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Reviewed by Ryan T. Anderson


"Christianity Is Not an Intellectual System"

The theology of Pope Benedict XVI.

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In the usual telling of the tale, Joseph Ratzinger went from being a progressive reformer at the Second Vatican Council to being God's reactionary Rottweiler as the Catholic Church's chief doctrinal authority under John Paul II.

That standard account misses the truth about the Bavarian theologian who has become Pope Benedict XVI. Tracey Rowland—professor of political philosophy and continental theology at the John Paul II Institute in Melbourne, Australia—paints a more complete picture in her new book, Ratzinger's Faith, arguing that Ratzinger's fundamental theological convictions have remained essentially constant while the world around him has changed. Ratzinger's Faith is the first serious book on Benedict's theology since Aidan Nichols' excellent 1987 volume The Thought of Joseph Ratzinger. Unlike Nichols, however, Rowland proceeds thematically, not chronologically, and she strikes a balance between lucid accessibility for non–specialist readers and the kind of scholarly precision that theologians require.

The key to Ratzinger, Rowland explains, is his place in history. Never enthralled by the prevailing neoscholastic Thomism he encountered as a student, Ratzinger gravitated toward an Augustinian and Bonaventurian emphasis on love as an antidote to the hyper–rationalism of God as the logos of pure reason. Ratzinger's long–running theological emphasis on beauty and history can also be traced to his early studies, and the theme of God as love marked his first encyclical as pope.

Examining Ratzinger's response to the Vatican II document Gaudium et Spes, the Pastoral Constitution on the Church in the Modern World, may provide our best insight his theology. An important theological debate at the time focused on the relation of nature and grace—central to the relations between faith and reason, and between the church and the world.

Ratzinger faulted the neoscholastics for attempting to defend Christianity in terms established by an Enlightenment standard of rationality. Adherents of Karl Rahner's Transcendental Thomism, on the other hand, argued that people had a priori concepts (transcendentals) about God, which could be uncovered by looking into the self.  Rowland argues that Rahnerians viewed the Council as "a mandate from the Holy Spirit to accommodate the Church's practices (and for some even her teachings) to the norms and rapidly changing mores of contemporary society."  Ultimately, she argues, the neoscholastic project would lead to secularization—since reason divorced from revelation and grace is sufficient to define the essence of man and organize society—while Rahner's approach tended to naturalize the supernatural.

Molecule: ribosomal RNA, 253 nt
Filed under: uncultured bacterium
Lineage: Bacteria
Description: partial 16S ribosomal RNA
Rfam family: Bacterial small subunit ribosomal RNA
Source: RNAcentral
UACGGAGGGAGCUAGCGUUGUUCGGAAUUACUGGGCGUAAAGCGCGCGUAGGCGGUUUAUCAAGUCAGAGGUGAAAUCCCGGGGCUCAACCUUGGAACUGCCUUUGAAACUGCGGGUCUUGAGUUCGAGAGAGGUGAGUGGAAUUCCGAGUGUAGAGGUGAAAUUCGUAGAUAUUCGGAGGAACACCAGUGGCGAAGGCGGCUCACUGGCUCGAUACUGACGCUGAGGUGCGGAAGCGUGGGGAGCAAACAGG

Though once a collaborator with Rahner, Ratzinger ultimately resisted both of these alternatives to side with the nouvelle theologie of Henri de Lubac and Hans Urs von Balthasar, a movement stressing a ressourcement of the Church's essential and timeless truth: Jesus Christ as attested by the biblical and patristic tradition. For Ratzinger, "there are no leaps in this history, there are no fractures, and there is no break in continuity. In no wise did the council intend to introduce a temporal dichotomy in the church." There is one church, not pre– and post–Vatican II versions.

As Rowland explains, Ratzinger emphasizes that the proper way to interpret Vatican II is to see that "the human person only understands his or her identity to the extent that he or she is open to a relationship with Christ. Christology is deemed necessary for any adequate anthropology"; reason alone is never sufficient. On this reading, the purpose of Gaudium et Spes was to affirm authentic human longings and argue that "only a Christocentric anthropology has any hope of realizing these legitimate aspirations." Like John Paul before him, Ratzinger frequently invokes the 22nd paragraph of Gaudium et Spes, which declares that Christ reveals not only God to man but also "man to man himself."

For Ratzinger, according to Rowland, "a 'daring new' Christocentric theological anthropology is the medicine that the world needs," and "it is the responsibility of the Church to administer it." We can understand our human destiny only through the revelation of Jesus Christ.

This emphasis on Christology is central to Ratzinger's thinking on just about everything else. Responding to the then–dominant view of revelation that championed its "propositional character," Ratzinger argued that revelation is not a mere collection of true statements about God. Revelation is Jesus Christ himself—not the Greek philosophers' unmoved–mover, but the God of Trinitarian and human relationships, active in the world as creator, redeemer and sanctifier. Dei Verbum, Vatican II's decree on revelation, restored, in Ratzinger's words, the "focus on the biblical God for whom it is precisely relationship and action that are the essential marks."

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